UK’s unused pigs will likely be killed by knackermen or farmers

Dead bodies of around eighteen pigs hanging upside down
Pig bodies inside a refrigerator in Glossop, Britain, September 27, 2021, photo: Reuters/Phil Noble

The thousands of pigs who were left at farms due to a shortage of slaughterhouse workers in the UK will most likely be killed by a captive bolt gun used either by a farmer or a knackerman, an expert told The Animal Reader.

A captive bolt gun is a device used for stunning animals before slaughter. Captive bolt stunning inflicts a forceful strike on the forehead of an animal with the bolt, so the animal becomes unconscious. 

Shortages of butchery workers in the country’s slaughterhouses have already seen UK farmers kill about 600 healthy pigs, and more culls are expected in the coming weeks.

On Friday, Britain’s pig farmers said that as many as 150,000 pigs face culling due to a shortage of butchery workers whose job is to cut up animal carcasses into smaller pieces of meat. 

The labour shortages have been linked to both Brexit and the COVID-19 pandemic. 

Knackermen
“We know of a handful of farmers who have had to cull some pigs (around 600 we are aware of in total),” said the UK’s National Pig Association chief, Zoe Davies, in an email to the Animal Reader. 

The cull is “hugely difficult for the farmers involved”, Davies said. “Some are having to use knackermen as they just can’t bear having to do it or ask their staff to do it.”

Knackermen in the UK would use a captive bolt gun to kill pigs, said Ian Potter, head of daily operations at the National Fallen Stock Company, an organization that helps farmers in the UK with a range of agricultural services. 

Potter said farmers are allowed to use captive bolt guns, so they could kill their own pigs or call a knackerman “who could kill the pigs on the farm or bring them to a slaughterhouse.”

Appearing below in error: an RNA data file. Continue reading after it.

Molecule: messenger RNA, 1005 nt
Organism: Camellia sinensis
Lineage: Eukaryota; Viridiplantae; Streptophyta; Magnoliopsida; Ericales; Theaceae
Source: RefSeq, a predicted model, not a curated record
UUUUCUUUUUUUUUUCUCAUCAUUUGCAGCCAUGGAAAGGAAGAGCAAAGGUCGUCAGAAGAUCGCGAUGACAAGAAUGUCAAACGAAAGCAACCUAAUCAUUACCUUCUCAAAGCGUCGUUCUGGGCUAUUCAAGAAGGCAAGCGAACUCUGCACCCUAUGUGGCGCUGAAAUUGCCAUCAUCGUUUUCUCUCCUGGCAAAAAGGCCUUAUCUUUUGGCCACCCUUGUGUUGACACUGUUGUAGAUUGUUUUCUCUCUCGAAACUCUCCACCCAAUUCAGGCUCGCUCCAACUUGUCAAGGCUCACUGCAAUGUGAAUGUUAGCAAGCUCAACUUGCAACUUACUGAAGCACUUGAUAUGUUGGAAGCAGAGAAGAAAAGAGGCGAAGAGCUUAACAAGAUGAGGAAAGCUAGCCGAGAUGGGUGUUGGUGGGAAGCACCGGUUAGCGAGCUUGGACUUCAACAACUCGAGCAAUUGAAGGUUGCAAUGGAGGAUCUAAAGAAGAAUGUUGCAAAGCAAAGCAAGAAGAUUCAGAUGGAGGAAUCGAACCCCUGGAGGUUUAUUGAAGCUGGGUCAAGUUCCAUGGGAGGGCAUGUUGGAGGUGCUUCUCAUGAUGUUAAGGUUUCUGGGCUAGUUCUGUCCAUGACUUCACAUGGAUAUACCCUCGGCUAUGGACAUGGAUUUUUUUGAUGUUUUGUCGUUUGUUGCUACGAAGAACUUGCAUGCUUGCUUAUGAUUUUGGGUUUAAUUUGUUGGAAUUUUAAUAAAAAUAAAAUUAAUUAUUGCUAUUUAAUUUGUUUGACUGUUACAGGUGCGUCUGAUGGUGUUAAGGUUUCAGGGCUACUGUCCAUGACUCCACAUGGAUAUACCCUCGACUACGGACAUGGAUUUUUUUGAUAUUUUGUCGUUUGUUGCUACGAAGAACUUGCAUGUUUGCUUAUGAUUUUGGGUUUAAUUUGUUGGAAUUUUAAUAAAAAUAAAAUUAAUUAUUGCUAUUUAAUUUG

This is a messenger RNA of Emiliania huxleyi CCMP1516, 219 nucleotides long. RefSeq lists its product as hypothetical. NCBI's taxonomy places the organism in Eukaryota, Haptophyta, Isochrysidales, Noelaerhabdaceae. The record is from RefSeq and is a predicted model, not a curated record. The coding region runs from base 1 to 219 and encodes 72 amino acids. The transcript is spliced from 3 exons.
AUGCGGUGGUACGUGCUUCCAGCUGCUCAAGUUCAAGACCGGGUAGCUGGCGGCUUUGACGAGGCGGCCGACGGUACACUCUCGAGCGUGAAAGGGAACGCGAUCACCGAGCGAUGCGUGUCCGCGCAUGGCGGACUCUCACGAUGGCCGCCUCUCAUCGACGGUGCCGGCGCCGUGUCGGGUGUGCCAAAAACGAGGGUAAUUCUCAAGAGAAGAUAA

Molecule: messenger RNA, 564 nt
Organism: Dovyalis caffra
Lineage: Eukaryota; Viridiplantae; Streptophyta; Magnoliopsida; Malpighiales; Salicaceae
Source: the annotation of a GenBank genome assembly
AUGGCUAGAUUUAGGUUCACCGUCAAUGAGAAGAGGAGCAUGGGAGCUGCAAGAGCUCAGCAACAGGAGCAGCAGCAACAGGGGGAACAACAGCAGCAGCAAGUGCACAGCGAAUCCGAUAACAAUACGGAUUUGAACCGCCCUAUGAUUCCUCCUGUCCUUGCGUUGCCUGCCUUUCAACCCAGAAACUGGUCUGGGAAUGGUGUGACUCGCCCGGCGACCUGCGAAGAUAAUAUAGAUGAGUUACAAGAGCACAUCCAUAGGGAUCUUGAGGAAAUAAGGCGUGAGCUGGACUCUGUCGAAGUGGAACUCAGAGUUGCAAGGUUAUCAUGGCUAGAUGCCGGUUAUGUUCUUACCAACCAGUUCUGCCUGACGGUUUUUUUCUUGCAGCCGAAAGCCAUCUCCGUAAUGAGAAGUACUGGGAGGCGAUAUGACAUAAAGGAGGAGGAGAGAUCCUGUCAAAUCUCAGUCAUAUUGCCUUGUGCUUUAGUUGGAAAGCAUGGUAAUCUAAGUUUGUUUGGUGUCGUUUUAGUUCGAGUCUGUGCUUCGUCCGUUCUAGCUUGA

Pigs can’t enter food chain
Pigs that are slaughtered on a farm are not allowed to enter the food chain. They would normally be destroyed or sent to rendering facilities, Potter said. Renderers reduce animal carcases to meat and bones, which can be used for pet and animal feed. 

Potter said he knew of no plans for a national UK pig cull, but contingency plans were being discussed for the slaughter and export of UK pigs. “Because there is no shortage of slaughter capacity, the shortages are in butchery,” Potter said. 

If the pigs aren’t butchered properly in small supermarket pieces, UK retailers have no interest in them. 

Instead of being butchered, the slaughtered pigs would be split into a few large pieces, chilled and exported, possibly to the Philippines, Potter said. 

Killing pigs is difficult
Potter said that because pigs are hard to restrain, killing them on a farm is a challenge. “Restraining pigs is very challenging, even one. So if it is hundreds of pigs, that would be even more challenging.” 

Apart from captive bolt guns, other UK pig cull methods that licenced professionals can use are shooting, electrical stun, bleeding or pithing. 

Pithing is a technique used to immobilize or kill an animal by inserting a needle or metal rod into its brain to cause permanent brain damage. The practice is banned in the UK, but if the animal is not used as food, it’s allowed.


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